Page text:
Hi Benjamin! Wow, I love France and have enjoyed your city in person when I was younger (during a Europe trip with my Sister and Father). Anyway, I do like what Yuba has been doing recently (such as the Spicy Curry). Another good one to look at is the Benno Boost, because it blends cargo with single-person style and ride feel. I’ll keep an eye out for the El Kombi, it appears to follow similar design concepts to Benno. For the money, the RadWagon 4 is tough to beat. I think it’s going to have a weaker motor for the European market, but it does have the twist assist to help you start and add power in lower pedal assist levels. Looking at this hub motor design, the El Kombi (also using hub motor), and then switching to the Yuba Spicy Curry and Benno Boost with mid-drives from Bosch… I feel like the later two are going to get better range and climb more effectively. You’ll pay more, but those are quality systems that are designed well. The Benno Boost now comes with the option for Performance Line CX, which is a high torque motor! I don’t know your weight, but carrying two kids is quite a bit. The Boost can fit two kids, has lots of rack options for when they get older (child seat + seat pad with surround bars etc.) and if you want a bike that will last and be fun to handle solo… that’s a strong contender. If you were in North America and could get the more powerful RadWagon hub motor, I think it would be on par, but it does use some cheaper parts. It’s a value ebike, and probably one of the best in that category. I hope this helps give you something to think about and I apologize for the slow reply. It has been a busy week :)

  Reply
Mike
1 month ago

Super thorough review, thanks! I know the rack is specially designed for a Thule Yepp, but those seats are very expensive. I just ordered this bike and was wondering if you measured the diameter of the frame tubing in various spots. There are many European brands that are much cheaper but have specifications for the rack that I just don’t have access to yet (width, tube diameter). Thanks!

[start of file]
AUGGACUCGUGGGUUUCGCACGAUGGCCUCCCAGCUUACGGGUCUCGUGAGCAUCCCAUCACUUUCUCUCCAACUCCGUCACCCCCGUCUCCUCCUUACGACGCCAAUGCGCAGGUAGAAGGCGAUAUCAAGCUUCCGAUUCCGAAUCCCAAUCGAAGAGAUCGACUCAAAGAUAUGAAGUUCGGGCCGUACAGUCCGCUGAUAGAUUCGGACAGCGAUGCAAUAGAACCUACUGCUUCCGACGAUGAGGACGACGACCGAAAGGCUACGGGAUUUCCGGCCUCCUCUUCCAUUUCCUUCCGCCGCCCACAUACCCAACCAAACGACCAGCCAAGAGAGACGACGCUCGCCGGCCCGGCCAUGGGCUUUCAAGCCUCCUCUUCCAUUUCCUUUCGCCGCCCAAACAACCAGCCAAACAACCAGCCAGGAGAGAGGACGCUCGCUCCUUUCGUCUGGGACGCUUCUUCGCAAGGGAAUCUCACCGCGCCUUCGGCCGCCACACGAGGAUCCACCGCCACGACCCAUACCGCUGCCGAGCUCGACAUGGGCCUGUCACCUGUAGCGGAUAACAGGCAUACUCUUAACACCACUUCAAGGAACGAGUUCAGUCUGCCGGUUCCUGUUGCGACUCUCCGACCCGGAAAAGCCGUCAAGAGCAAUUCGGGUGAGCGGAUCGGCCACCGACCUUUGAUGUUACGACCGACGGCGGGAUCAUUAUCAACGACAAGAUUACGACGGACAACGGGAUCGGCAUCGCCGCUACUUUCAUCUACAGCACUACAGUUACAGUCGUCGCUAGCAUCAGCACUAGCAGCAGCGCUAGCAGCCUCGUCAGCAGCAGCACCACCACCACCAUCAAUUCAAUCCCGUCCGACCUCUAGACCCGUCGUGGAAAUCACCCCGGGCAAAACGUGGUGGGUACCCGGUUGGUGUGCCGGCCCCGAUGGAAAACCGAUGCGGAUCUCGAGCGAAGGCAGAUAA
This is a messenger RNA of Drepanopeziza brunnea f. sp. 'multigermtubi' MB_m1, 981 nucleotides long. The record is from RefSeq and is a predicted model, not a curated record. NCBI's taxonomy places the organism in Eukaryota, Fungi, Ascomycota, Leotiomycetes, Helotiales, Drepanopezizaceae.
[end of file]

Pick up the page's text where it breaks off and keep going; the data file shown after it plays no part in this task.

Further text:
Reply
Court
1 month ago

Hmm, I am sorry Mike! I do not have the bike in my possession and cannot measure it at this time. However, Rad has been really responsive in the past when I just called their support number or emailed customer service. I’d suggest trying that and maybe even including the racks that you’re looking at so they could double check and give a guess on whether they would work. I’d love to hear which racks you’re looking at, if you care to share at some point too :D

  Reply
Mike
1 month ago

Thanks for the response! Sorry if I wasn’t clear, but I’m looking for childseats, not another rack. I am trying to figure out which seats to get based on the dimensions of the Radwagon4, but unfortunately when I’ve contacted Rad, they haven’t been able to verify the width (let me know the rear cushions are 7 inches wide) and told me the tubing was 28mm (which seems really thick for the rack and maybe is the diameter of the top tube?). I will be sure to share any new information I come across. Thanks again.

  Reply
Court
1 month ago

Hi Mike! The built-in rack design of the RadWagon does indeed use very thick tubing. I wonder if you could do a Craigslist search for one of the current generation RadWagon products in your area and then see it in person to get an idea for how the rack looks. I’ve added a bunch of pictures to each review to provide different angles, but perhaps in-person would help you… and you could always share the child seats with current Rad ebike owners in the forums and ask them for tips too! Good luck :D